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The Complete World of the Dead Sea Scrolls
Philip R. Davies, George J. Brooke and Phillip R. Callaway, eds.
(New York: Thames & Hudson, 2002), 216 pp., $34.95
Reviewed by Steven Feldman
The Dead Sea Scrolls—as esoteric and daunting a collection of ancient documents as we are ever likely to find—have become a fixture of popular culture. TV personality David Letterman, known for his nightly Top Ten lists, once featured the Top Ten Secrets of the Dead Sea Scrolls. (My favorite was number 4: “Without going into details, Episcopalians are in a lot of trouble.”)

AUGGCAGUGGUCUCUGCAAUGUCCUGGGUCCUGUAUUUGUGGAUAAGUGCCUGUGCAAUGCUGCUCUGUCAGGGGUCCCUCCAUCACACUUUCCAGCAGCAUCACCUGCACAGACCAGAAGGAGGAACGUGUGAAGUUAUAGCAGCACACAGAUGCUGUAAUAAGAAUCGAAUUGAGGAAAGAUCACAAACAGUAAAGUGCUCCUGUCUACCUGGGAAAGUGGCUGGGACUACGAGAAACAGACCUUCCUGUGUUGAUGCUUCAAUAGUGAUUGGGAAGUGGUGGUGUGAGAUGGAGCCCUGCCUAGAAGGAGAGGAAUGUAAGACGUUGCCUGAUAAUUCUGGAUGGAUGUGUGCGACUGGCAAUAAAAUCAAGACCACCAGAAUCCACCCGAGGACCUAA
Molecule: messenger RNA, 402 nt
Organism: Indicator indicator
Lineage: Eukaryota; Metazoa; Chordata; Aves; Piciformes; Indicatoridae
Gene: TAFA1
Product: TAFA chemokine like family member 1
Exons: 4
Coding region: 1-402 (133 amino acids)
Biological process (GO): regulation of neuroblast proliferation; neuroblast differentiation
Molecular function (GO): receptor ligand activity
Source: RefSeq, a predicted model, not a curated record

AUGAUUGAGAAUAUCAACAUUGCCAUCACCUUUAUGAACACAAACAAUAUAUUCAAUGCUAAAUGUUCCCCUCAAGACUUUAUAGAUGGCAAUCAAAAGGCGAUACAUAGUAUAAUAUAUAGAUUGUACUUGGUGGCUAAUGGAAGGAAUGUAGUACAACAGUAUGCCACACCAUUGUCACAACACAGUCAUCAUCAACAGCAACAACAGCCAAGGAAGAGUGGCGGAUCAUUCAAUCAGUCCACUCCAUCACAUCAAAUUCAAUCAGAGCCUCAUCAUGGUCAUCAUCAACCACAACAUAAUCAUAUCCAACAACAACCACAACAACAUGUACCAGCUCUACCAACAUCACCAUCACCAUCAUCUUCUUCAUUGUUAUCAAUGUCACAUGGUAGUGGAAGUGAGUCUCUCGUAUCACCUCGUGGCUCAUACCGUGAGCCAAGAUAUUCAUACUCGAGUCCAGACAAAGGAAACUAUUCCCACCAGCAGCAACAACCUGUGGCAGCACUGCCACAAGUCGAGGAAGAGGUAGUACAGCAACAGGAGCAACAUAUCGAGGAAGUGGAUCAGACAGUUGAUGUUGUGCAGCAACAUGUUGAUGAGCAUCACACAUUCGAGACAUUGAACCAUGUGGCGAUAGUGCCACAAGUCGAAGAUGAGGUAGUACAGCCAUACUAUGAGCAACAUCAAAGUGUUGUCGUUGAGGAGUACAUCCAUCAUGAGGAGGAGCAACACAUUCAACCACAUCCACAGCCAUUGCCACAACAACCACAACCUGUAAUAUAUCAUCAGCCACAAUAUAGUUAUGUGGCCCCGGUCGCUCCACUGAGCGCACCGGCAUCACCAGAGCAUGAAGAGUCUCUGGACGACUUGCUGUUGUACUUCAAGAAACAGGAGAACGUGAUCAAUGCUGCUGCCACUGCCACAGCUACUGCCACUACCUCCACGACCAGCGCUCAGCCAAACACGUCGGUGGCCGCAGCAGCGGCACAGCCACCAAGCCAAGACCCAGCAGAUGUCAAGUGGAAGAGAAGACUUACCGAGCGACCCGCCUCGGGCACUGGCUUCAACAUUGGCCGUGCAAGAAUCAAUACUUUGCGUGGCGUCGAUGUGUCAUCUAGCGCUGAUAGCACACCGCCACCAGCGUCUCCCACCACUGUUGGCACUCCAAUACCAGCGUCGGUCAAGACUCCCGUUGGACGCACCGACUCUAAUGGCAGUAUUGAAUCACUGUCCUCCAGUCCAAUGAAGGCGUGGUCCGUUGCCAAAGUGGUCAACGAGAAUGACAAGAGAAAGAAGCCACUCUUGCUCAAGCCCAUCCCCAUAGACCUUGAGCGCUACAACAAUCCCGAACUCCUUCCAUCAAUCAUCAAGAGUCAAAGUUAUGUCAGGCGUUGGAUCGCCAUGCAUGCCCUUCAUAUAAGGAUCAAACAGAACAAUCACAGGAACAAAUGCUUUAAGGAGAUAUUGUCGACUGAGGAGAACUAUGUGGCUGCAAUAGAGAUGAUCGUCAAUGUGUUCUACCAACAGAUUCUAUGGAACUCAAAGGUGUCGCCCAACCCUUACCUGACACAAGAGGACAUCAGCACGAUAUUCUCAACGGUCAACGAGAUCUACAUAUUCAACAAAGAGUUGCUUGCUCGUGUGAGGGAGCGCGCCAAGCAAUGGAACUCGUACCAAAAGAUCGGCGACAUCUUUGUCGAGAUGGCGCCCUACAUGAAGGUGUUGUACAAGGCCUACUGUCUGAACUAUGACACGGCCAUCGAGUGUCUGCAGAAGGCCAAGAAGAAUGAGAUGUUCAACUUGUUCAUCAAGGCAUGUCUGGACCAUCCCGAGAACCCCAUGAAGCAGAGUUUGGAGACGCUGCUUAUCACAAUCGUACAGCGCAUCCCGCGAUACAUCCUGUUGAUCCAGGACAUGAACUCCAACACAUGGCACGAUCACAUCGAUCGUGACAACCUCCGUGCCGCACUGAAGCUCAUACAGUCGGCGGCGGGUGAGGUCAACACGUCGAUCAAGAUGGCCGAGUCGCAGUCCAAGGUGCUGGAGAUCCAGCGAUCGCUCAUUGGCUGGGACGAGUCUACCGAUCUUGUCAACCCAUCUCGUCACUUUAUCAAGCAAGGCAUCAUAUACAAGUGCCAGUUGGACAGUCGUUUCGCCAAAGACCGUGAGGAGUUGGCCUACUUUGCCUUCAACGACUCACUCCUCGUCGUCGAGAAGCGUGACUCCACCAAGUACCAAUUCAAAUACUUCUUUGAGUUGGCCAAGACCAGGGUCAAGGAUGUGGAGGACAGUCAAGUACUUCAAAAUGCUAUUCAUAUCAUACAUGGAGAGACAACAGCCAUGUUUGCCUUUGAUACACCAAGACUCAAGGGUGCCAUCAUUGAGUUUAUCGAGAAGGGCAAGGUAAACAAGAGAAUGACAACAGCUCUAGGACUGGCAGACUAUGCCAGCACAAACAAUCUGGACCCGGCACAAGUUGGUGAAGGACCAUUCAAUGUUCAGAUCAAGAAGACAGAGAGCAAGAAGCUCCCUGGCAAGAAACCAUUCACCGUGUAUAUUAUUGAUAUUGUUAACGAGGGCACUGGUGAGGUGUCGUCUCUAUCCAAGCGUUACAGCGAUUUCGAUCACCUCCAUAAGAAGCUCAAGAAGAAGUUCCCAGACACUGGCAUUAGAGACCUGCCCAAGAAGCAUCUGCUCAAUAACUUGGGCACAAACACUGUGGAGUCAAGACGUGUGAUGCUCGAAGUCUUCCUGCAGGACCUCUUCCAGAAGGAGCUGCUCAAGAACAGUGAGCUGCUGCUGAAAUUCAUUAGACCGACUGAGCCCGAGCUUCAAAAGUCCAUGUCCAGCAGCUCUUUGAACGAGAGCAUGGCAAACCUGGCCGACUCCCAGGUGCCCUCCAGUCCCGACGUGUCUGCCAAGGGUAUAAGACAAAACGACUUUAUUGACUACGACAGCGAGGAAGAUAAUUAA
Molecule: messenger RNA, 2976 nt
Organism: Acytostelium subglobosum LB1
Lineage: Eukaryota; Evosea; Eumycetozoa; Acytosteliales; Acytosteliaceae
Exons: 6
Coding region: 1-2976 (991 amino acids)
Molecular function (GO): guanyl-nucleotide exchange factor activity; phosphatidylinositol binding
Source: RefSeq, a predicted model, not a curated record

Though well known, the Scrolls are also deeply misunderstood. A Scrolls scholar told me that on a recent trip to Israel he accompanied a tour group as its bus approached Qumran, the settlement along the Dead Sea near where the Scrolls were found; the tour guide announced, “Ladies and gentlemen, here is the birthplace of Christianity.” Afterward, the scholar asked the guide why he had made that announcement—the Scrolls have no direct connection to Christianity, the scholar pointed out. “I know,” the tour guide responded, “but it’s more dramatic this way.”

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